ICCT study reveals electric car-sharing success factors


The ICCT, in a new briefing, looks at electric carsharing in Europe and North America and provides detailed insights into charging infrastructure needs and best practices gained from successful carsharing schemes. Crucially, EV sharing programs can reduce GHG emissions by up to 43%.

This is when looking at daily travel per user compared to previous modes of travel. The ICCT adds that electric carsharing exhibits the benefits of conventional carsharing schemes, such as an estimated reduction in vehicle kilometres travelled per household of between 3% and 36%. Moreover, for each car-sharing car, between five and 24 private car purchases were suppressed or postponed, says the ICCT, thus increasing public parking space availability by similar numbers.

The working paper also offers one of the more comprehensive market overviews, including 17 different electric carsharing programs with fleet size and corresponding charging infrastructure (page 7). The table also shows the average number of public chargers per square kilometre for programs that operate in zones. Take Volkswagen’s WeShare in Berlin as an example. The ICCT lists 1,600 EVs utilising 140 chargers at grocery stores after hours and 1,020 public chargers.

How many chargers does a shared EV need?

The study considers infrastructure a key factor for the success of electric car-sharing. The ICCT recommends a minimum charger density of seven chargers per square km equally distributed throughout the zone. Staying with the example of Berlin, this recommendation suggests that Berlin would ideally contain at least 1,220 chargers to achieve sufficient coverage for its vehicles, so it is close.

To illustrate what happens when there are not enough chargers, the ICCT uses the example of Car2Go in San Diego, where the staff was responsible for 16% of trips made through the program. The employees were tasked to collect EVs at low battery levels and drive them to the depot to recharge due to a lack of available charging infrastructure.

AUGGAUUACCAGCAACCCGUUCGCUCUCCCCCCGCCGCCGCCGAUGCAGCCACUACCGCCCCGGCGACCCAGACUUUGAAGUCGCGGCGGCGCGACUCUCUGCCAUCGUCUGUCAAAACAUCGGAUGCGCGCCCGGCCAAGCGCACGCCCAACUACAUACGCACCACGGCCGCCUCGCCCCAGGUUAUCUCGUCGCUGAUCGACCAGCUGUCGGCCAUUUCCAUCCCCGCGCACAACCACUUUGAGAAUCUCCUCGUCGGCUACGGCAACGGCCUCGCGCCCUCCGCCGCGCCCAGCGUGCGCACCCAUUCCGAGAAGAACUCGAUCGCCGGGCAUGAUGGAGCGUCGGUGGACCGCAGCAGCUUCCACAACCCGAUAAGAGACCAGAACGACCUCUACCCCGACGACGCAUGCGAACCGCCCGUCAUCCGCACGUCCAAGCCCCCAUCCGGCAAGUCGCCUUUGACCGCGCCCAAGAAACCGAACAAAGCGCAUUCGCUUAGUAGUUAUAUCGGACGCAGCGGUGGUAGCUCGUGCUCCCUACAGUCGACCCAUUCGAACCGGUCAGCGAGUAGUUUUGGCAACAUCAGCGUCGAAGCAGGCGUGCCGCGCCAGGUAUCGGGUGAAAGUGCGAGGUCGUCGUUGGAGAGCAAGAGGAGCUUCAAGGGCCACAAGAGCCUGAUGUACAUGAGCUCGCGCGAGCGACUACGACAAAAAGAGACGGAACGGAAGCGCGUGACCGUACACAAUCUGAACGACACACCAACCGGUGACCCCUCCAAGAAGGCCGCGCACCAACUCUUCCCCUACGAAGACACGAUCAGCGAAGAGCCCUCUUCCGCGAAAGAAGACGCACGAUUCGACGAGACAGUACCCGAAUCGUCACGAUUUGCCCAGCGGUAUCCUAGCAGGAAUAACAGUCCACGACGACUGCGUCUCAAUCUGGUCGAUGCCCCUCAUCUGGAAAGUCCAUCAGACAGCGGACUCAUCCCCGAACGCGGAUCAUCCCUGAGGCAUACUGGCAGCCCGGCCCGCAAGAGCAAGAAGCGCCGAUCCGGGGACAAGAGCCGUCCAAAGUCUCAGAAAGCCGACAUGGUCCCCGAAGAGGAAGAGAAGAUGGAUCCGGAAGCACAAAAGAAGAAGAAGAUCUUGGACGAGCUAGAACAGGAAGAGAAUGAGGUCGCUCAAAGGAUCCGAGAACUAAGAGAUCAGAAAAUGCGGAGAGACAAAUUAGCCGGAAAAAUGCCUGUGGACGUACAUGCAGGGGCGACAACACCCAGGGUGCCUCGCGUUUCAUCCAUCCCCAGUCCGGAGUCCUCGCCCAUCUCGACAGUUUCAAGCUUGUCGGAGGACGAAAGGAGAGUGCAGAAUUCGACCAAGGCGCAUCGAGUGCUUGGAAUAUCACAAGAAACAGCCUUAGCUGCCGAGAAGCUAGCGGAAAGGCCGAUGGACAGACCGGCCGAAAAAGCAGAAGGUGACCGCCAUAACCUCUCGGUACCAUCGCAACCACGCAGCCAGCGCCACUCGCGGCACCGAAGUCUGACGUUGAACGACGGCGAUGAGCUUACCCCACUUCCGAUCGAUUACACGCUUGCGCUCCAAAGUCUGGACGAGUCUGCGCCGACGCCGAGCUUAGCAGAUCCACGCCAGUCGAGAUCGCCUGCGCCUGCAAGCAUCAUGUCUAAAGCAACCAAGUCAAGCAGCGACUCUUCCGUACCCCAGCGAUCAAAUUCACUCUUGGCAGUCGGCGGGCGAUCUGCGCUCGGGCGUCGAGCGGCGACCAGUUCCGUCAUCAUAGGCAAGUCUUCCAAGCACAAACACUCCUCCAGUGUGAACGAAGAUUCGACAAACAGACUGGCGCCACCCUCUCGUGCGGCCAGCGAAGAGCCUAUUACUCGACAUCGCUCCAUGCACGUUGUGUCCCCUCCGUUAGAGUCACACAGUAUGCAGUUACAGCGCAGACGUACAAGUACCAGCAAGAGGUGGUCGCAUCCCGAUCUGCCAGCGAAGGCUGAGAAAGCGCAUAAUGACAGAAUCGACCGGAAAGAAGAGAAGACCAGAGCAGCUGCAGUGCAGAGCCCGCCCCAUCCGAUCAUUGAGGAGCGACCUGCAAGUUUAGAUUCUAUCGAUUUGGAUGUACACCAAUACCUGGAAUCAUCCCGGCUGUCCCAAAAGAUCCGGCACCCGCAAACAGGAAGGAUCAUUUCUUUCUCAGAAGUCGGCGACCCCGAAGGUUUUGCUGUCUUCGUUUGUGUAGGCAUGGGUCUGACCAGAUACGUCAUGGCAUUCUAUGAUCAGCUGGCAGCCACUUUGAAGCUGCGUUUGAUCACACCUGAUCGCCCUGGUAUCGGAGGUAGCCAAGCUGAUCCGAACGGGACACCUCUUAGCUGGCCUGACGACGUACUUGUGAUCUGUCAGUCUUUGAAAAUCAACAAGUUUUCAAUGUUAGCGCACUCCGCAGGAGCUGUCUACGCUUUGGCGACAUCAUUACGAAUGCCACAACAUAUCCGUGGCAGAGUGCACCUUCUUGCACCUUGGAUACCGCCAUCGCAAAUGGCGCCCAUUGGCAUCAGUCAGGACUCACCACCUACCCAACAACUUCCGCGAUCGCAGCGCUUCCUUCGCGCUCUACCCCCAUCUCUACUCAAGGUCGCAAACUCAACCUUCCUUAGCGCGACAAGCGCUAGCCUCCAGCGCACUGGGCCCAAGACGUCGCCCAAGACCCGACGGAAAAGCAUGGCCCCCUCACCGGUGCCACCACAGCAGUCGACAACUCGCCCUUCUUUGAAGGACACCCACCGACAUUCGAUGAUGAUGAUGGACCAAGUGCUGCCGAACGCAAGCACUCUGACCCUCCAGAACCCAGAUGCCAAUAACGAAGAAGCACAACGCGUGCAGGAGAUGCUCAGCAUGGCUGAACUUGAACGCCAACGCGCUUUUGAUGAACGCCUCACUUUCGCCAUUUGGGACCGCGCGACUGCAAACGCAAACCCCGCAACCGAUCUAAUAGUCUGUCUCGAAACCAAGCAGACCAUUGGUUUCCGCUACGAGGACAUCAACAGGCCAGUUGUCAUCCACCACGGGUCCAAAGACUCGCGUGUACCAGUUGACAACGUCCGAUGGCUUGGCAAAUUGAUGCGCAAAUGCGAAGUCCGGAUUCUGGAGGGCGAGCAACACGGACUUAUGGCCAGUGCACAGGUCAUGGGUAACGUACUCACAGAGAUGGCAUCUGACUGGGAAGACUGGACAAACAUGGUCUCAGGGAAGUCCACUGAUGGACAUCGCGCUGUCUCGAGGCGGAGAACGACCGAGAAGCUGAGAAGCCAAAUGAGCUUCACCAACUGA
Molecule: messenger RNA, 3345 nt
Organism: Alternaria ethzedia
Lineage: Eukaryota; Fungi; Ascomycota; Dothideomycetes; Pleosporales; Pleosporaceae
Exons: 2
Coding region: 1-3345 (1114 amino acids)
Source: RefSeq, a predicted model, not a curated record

What is more, the ICCT distinguishes not just the three types of BEV sharing and the corresponding charging needs but also the issue of managing the battery state-of-charge.

“Roundtrip station-based carsharing requires approximately one charger per car, and one-way station-based charging requires 1.5 to two chargers per car. Although station-based carsharing ensures the availability of electric cars with sufficient battery level, it requires a separate charging infrastructure. One-way free-floating carsharing uses public charging with the possible addition of parking stations with charging inside a free-floating zone.”

The ICCT also calculated the charge time per shared electric car, finding that 48 minutes of charging per day is required in Europe and 1.2 hours or 1 hour 12 minutes in the United States. This is also indicative of the impact of carsharing on the public charging system. Here the ICCT took the number of kilometres a carsharing car completes per year as a basis.

Which car-sharing model is right for a city?

While the ICCT considers public funding likely to aid the most city and car sharers to introduce a scheme, this also depends on the business model of the scheme. For example, the organisation found that electric station-based schemes still operating result from public tenders or demand, as opposed to private initiatives, and benefit from public funding, whereas most of the electric free-floating ones do not.

However, the ICCT notes that many successful free-floating schemes benefit from non-financial public support, i.e. parking policies, community outreach, or accessibility benefits. The organisation calls on city officials and policymakers to include parking policies for carsharing to be at least equal to those for private cars. To encourage electric vehicles, city parking may also be given away as an in-kind contribution.

Further recommendations include city strategies with the ICCT looking at Copenhagen, Paris, Madrid, Milan and Ghent in more depth (page 9). Notably, carsharing in the French capital is 100% electric, whereas Copenhagen showed the highest reduction in greenhouse gas emissions (-9% to -43%) with EV carsharing charged through a clean electricity grid.

Another factor is how densely populated a city is to figure which car-sharing model may be best. As a rule of thumb, free-floating schemes have been successful in cities of 500,000 people or more and at least 1,500 people per square km, according to the ICCT. However, station-based car sharing can also be appropriate in the same dense cities when offerings are tailored to different groups. Usually, however, station-based carsharing is recommended in cities with less than 100,000 people, says ICCT (fig. 5, page 14). The study also suggests financial support and aid in charger installation for said less densely populated cities and rural areas.

To conclude, the ICCT stresses that electric carsharing is more complicated than conventional carsharing and calls for new strategies outlined above to reap the benefits fully.

theicct.org (working paper, pdf), theicct.org (PI)


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